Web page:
STOP EXCLUSION – DARE TO CARE
All over the world, including in South Africa, there is a consensus amongst people suffering from mental illnesses that the lack of acceptance of them by their fellow citizens is the greatest disadvantage of their disorder. It is the stigma that is so often attached to mental health problems that stops people from seeking care and severely disables them within their communities.
Due to this and other such concerns expressed by the majority of mental health professionals and service users around the world, this year's annual World Health Day, which was held on the weekend, was the first ever to be dedicated to mental health. South Africa joined countries across the globe in celebrating this event, and the message offered by the World Health Organisation and the South African Department of Health – “Stop Exclusion – Dare to Care” – testified to a heartening commitment to the recognition and treatment of mental illness as well as the destigmatisation of such disorders.
Health Minister, Dr. Tshabalala-Msimang held a luncheon at Pretoria’s Union Buildings to commemorate this event. In attendance were dignitaries from various designations, numerous service users, and mental health service providers including the South African Depression and Anxiety Support Group.
The theme adopted for this day – ringing of the bells in promotion of human rights of people with mental illnesses - was taken from a historical perspective of mental health, when people with mental illnesses were chained and imprisoned. Two hundred years ago in France, the great liberator Phillipe Pinel released the patients under his care from the chains that bound them, melting down these chains and moulding them into a huge bell. He then rang the bell for mental liberation and asked the world to do the same.
This years World Health Day reiterated this message of freeing patients from the shackles that bind them today such as ignorance and stigmatisation, and bells were rung across South Africa and the rest of the world in support.
The minister said that “mental health has often been neglected because the mortality rate is relatively low compared with certain other illnesses. Also, many people have tended to put blame on people suffering from mental health problems and felt it was more an issue of character weakness than real illness requiring proper health care. However, It is not merely the number of deaths from the disease which is important, but also the disability caused by various health problems.”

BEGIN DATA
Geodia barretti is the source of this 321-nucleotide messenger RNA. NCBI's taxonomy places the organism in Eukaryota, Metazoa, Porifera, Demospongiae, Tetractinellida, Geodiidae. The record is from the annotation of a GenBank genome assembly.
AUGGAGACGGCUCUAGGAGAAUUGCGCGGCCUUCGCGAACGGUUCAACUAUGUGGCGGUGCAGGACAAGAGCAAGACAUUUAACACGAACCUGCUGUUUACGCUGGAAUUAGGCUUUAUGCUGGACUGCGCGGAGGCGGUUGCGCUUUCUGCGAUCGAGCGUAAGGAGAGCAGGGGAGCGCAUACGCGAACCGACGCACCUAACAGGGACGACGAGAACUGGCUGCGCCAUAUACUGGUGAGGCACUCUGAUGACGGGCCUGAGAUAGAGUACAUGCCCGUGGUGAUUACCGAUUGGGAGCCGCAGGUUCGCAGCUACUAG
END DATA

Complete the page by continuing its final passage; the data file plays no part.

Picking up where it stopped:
Five of the leading causes of disability worldwide are psychiatric disorders. In developing countries mental health problems contribute far more burden than even diseases such as malaria, heart disease and cancer. Perhaps even more worrying though, and part of the reason why the position of mental health has been elevated, is that the projections for the year 2020 show a huge increase in the mental health burden. In terms of the DALY forecasts, unipolar major depression alone is likely to be behind only AIDS in relation to life years lost.
The minister also recognised that the numbers of people needing mental health assistance is huge. “Research here in South Africa and elsewhere shows that around 1 in 5 people presenting for general health care require mental health assistance. The truth is that mental health problems can happen to anyone. One of the problems though is that there is so much stigma and negativity associated with mental health problems, that most people will either not recognise that they have a problem or will not talk about it.”
The messages for the day were clear:
- Mental health problems can happen to anyone
- Help can be made available – (For example the Depression and Anxiety Support Group has a team of highly qualified counsellors to assist and can be contacted Monday to Friday 8am – 7pm, and Saturday 8am –5pm on (011) 783 1474/6 or (011) 884 1797)
- Don’t isolate people with mental health problems
Finally, the minister also said that she would be introducing legislation to parliament later in the year which she feels confident will reach a number of their goals, but that this should be combined by the joint efforts of all to ensure better mental health for all.
STOP EXCLUSION – DARE TO CARE